Bonsai soil...?

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Bonsai soil...?

Post  fredman1 on Sat Sep 14, 2013 2:18 am

First I have to say please excuse my English as it isn't my first language. I hope I make myself sort of clear enough to get my point over...
Soil is the most important part of bonsai. I see so many different combinations and almost all of them contain a certain amount of organic compost or matter. Bacterial critters need that to their work so the plant can take up the nutrients. My problem is there is so many variants (heat, cold, dry, wet, being flushed out etc. etc.) in a container (especially a small one like a bonsai pot) that the critters I think, finds it hard to get established and multiply sufficiently. I really cant see the advantage of trying to grow "organically". Surely the way to go is completely inorganic...?

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Re: Bonsai soil...?

Post  JimLewis on Sat Sep 14, 2013 3:25 am

Quite a few people do go entirely organic.

But there are other reasons to have organic material in your soil mix. It helps to maintain pH on the acidic side, and most inorganic mixes tend toward the alkaline. It also helps hold moisture in dry climates. It also helps hang on to nutrients when you fertilize.

It's late at night here (for me, at least) and I've probably missed reasons. Others can chip in.

Moved to Bonsai Questions.

_________________
Jim Lewis - lewisjk@windstream.net - Western NC - People, when Columbus discovered this country, it was plumb full of nuts and berries. And I'm right here to tell you the berries are just about all gone. Uncle Dave Macon, old-time country musician

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Re: Bonsai soil...?

Post  Khaimraj Seepersad on Sat Sep 14, 2013 11:27 am

fredman1,

I have found that the simplest mix is just, inorganic that holds water in itself, inorganic that does not hold water, save around itself, and a blended compost, as the organic.
Particle shape might be better as rounded for the inorganic.

I live in a climate that goes dry for almost six months and then goes wet [ 153 cm on the average for 6 months ] so I can start with a 1/3 or less organic ------------- to 2/3 or more inorganic mix.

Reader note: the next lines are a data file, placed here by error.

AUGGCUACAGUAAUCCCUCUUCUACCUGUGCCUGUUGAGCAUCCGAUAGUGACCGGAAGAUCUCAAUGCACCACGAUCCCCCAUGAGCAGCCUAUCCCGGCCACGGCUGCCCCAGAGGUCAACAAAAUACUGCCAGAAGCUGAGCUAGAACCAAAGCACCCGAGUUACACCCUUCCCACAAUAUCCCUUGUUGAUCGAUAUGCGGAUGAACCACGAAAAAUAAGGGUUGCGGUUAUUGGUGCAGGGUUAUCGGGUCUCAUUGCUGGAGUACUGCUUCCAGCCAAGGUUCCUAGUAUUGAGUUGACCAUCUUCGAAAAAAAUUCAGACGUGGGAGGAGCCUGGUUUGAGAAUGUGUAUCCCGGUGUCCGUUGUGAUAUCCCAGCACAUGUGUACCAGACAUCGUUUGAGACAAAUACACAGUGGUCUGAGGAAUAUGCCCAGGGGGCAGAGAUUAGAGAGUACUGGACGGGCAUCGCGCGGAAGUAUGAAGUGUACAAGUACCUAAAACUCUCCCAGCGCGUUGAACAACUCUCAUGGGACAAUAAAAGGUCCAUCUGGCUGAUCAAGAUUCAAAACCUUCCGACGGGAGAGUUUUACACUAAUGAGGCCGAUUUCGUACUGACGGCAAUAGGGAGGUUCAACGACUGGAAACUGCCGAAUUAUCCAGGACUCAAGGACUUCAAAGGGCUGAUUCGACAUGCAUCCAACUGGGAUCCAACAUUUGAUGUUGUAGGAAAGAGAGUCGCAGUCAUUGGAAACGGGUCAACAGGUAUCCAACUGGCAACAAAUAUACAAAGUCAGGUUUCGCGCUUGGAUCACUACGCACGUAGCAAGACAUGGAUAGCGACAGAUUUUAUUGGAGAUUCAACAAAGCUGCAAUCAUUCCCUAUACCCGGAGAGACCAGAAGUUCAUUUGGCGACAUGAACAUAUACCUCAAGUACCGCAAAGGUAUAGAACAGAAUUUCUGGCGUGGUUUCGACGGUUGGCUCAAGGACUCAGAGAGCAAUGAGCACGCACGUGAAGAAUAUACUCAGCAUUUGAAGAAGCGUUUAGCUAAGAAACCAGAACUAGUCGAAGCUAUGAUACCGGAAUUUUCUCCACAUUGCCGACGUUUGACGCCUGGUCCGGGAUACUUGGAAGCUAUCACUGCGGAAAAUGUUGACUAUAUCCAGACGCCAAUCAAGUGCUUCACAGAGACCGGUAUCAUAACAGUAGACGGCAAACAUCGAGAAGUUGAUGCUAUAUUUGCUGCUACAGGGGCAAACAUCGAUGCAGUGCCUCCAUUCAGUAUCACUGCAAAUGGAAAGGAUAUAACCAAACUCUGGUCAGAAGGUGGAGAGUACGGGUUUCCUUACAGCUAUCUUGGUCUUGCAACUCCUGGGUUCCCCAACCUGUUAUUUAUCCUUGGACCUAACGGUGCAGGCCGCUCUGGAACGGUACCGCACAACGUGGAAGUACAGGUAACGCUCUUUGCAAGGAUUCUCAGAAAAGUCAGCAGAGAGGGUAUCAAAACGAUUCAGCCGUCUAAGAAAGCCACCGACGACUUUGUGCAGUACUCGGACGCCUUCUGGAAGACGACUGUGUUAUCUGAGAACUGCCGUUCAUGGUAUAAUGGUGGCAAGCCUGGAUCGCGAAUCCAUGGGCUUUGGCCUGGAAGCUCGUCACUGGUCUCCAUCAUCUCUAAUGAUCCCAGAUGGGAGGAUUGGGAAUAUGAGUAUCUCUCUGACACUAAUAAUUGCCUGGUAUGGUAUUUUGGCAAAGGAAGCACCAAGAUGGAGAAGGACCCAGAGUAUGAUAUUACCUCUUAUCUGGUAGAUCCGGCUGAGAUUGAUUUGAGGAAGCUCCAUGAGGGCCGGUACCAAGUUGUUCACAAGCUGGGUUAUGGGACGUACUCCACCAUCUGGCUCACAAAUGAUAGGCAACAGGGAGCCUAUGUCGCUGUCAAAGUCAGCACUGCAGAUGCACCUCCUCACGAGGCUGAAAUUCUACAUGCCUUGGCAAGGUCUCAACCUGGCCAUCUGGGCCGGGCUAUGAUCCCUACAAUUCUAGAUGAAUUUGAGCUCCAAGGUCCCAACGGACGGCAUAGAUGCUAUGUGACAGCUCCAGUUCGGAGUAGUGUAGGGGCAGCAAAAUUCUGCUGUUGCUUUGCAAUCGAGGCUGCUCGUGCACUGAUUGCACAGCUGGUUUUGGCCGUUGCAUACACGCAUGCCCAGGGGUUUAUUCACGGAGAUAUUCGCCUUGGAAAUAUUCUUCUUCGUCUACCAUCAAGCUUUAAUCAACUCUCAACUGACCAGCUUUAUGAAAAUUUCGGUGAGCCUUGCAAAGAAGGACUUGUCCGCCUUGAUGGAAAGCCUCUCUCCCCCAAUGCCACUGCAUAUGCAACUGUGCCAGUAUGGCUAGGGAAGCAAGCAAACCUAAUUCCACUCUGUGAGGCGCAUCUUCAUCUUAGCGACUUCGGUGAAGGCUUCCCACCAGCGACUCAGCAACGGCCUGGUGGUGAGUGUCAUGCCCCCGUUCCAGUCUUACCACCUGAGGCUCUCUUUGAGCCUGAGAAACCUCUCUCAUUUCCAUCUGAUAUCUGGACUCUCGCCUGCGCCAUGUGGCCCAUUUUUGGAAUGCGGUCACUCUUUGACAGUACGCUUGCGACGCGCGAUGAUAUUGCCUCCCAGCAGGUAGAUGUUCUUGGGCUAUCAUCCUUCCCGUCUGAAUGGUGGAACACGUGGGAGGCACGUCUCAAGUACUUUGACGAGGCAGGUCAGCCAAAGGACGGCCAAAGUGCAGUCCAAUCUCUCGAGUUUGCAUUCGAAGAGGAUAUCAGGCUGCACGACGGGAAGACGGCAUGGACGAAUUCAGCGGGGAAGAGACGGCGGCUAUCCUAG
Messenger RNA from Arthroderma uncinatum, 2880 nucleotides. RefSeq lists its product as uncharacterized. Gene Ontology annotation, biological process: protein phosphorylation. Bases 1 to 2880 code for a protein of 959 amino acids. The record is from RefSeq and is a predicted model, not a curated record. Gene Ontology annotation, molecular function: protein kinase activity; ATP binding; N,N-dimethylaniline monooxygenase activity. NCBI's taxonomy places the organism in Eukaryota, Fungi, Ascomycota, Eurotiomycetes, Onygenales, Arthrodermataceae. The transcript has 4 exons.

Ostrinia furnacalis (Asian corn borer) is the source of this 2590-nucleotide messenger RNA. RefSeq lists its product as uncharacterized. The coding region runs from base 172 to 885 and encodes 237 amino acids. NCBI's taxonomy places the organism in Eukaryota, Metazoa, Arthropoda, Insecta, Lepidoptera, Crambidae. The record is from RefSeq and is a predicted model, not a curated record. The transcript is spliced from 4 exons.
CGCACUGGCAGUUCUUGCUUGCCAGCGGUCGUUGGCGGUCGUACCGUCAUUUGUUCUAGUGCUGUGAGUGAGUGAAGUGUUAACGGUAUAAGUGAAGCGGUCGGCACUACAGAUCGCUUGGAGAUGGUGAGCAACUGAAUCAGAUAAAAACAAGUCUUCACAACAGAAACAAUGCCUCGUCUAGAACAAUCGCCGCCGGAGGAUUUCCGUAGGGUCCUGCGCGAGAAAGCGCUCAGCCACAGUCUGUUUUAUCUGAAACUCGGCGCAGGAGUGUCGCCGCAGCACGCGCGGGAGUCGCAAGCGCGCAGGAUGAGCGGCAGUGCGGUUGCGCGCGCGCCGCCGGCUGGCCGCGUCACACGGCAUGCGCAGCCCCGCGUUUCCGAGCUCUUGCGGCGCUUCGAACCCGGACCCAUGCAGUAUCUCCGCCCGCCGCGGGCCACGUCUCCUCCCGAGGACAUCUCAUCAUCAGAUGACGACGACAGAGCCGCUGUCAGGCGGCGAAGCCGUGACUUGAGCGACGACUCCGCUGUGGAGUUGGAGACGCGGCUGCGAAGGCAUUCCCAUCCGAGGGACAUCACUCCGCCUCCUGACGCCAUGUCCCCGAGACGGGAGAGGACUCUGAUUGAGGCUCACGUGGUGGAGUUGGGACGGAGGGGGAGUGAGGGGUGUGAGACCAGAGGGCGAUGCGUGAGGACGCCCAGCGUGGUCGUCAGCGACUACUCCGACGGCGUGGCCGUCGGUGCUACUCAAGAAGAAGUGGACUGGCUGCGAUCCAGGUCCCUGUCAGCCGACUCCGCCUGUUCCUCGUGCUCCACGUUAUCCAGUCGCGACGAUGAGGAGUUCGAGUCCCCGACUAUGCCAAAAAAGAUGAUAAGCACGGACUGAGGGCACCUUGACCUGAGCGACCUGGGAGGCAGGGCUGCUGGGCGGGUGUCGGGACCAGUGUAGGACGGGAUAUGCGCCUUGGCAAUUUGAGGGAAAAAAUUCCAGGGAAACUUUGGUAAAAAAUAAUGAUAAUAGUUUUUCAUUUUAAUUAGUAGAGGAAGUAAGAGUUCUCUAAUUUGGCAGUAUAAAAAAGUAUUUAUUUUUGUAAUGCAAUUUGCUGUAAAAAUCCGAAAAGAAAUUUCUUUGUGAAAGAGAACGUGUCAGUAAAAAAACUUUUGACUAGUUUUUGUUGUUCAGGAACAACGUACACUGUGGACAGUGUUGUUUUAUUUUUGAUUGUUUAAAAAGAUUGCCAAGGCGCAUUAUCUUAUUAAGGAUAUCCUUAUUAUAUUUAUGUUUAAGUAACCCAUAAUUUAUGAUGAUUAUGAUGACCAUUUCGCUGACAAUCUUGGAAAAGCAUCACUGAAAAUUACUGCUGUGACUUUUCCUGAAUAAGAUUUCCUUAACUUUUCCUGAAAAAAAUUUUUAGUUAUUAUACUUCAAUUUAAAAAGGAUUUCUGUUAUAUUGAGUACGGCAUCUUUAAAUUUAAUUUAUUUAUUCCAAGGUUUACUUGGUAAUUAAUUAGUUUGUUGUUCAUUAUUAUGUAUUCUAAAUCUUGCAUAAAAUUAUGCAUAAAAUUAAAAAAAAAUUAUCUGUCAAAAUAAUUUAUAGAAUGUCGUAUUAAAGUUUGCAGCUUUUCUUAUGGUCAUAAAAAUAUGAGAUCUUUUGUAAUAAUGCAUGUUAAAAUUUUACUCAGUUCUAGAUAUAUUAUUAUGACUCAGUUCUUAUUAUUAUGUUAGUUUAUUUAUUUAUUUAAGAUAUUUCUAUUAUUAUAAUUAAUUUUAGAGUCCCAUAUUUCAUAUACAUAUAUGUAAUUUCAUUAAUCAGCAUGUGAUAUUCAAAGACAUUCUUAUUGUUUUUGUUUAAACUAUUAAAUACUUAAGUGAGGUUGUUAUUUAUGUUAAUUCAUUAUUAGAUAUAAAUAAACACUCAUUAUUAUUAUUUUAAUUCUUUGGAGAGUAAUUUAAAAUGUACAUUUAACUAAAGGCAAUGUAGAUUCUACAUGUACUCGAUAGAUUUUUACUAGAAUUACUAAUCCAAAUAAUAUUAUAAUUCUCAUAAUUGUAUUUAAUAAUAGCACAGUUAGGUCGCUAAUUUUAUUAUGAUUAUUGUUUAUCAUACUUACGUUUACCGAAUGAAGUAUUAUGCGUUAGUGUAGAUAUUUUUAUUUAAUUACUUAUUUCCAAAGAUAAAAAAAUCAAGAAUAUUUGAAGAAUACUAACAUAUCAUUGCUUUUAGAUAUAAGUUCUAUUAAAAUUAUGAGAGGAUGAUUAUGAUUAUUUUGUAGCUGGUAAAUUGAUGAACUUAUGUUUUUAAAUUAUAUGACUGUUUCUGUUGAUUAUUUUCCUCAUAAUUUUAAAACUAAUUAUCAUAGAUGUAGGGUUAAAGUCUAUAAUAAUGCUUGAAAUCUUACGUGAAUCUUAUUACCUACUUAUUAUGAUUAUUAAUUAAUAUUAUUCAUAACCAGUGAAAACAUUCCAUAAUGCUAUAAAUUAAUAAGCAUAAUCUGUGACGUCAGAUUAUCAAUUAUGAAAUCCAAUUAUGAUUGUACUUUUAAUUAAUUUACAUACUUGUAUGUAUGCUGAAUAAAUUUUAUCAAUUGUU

You should be able to mix something that works well for you. Plus you have active clubs on your side who can advise you.
Later.
Khaimraj

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Re: Bonsai soil...?

Post  C.A. Young on Sun Sep 15, 2013 1:29 am

The purpose of organic elements in your soil is many-fold. First, and foremost, organic elements have a high CEC (cation exchange capacity), as compared to inorganic elements. CEC, in plain terms, is the ability to take up nutrients and release them as the plant needs them. Organic components such as small orchid growers' bark (1/8 - 3/8"), coconut husk (small size) and hemlock and pine bark mulches have a very high CEC compared to the other inorganic elements in your soil. (Note, however, that all of the organic elements mentioned above are granular and drain very well.) Second, organic components in your soil do indeed help with maintaining a slightly acidic Ph. Third, they do provide a good host for beneficial organisms such as Micchorhizal fungi and good bacteria strains.

So, to get to the point, organic soil components (such as those listed above) serve several purposes in bonsai culture...Perhaps the most important of which is being able to absorb and release nutrients (CEC). However, when choosing organic components for your soil, be sure that they drain well. Personally, I find that everything from Japanese Maples to Natal Plumbs, from Black Pines to figs, from Scheflerra to Spruce will grow quite well in the following mix:

1/3 Crushed Lava Rock (Beam Clay*tm size 1/4")
1/3 Turface*tm
1/3 Small Sized coconut husk (1/8 - 3/8"), or 1/3 small orchid growers bark (1/8 - 3/8").

The only exception to this rule (or so I've found) is members of the Rhodo family. In this case, use either straight Kanuma, or the above mix at 50%, and kanuma at 50%.

****All components should be double screened!

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Re: Bonsai soil...?

Post  Billy M. Rhodes on Sun Sep 15, 2013 1:56 am

As much as anything, I think the choice of soil should be determined by your climate/weather/growing conditions and your own horticultural practices. I know that some very successful grower here in Florida use only Turface, a baked clay product.

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Re: Bonsai soil...?

Post  fredman1 on Mon Sep 16, 2013 3:27 am

Thanks to everybody's responses.  Maybe I did not make myself clear enough. I do have a good mix that I am happy with. I use 1-1-1 screened composted pine bark, granite grit and pumice (all the same size screened)
The thing that bothers me is purely around biological activity in the mix. Firstly there isn't much organic matter in the mix so how can there be enough biological activity? Secondly because of all the environmental variants it cant be a happy place for the biological critters to try and make a decent living inside a small little pot....! In the ground everything is stable and they can multiply and do their work much easier. It does not make sense to me to feed organic fertilizer in a small pot either...
(Hope I make better sense) Wink

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Re: Bonsai soil...?

Post  Khaimraj Seepersad on Mon Sep 16, 2013 3:36 am

Fredman1,

if you need dates for proof, note that I have been using a blended compost [ that has micronutrients ] since the early 80's and I grow mame' [ under 7.5 cm ] never had any problems. In fact working with Yvonne's soil ideas for Ficus, I have improved my growing, by using less organic material.

You should have no problems.
Later.
Khaimraj

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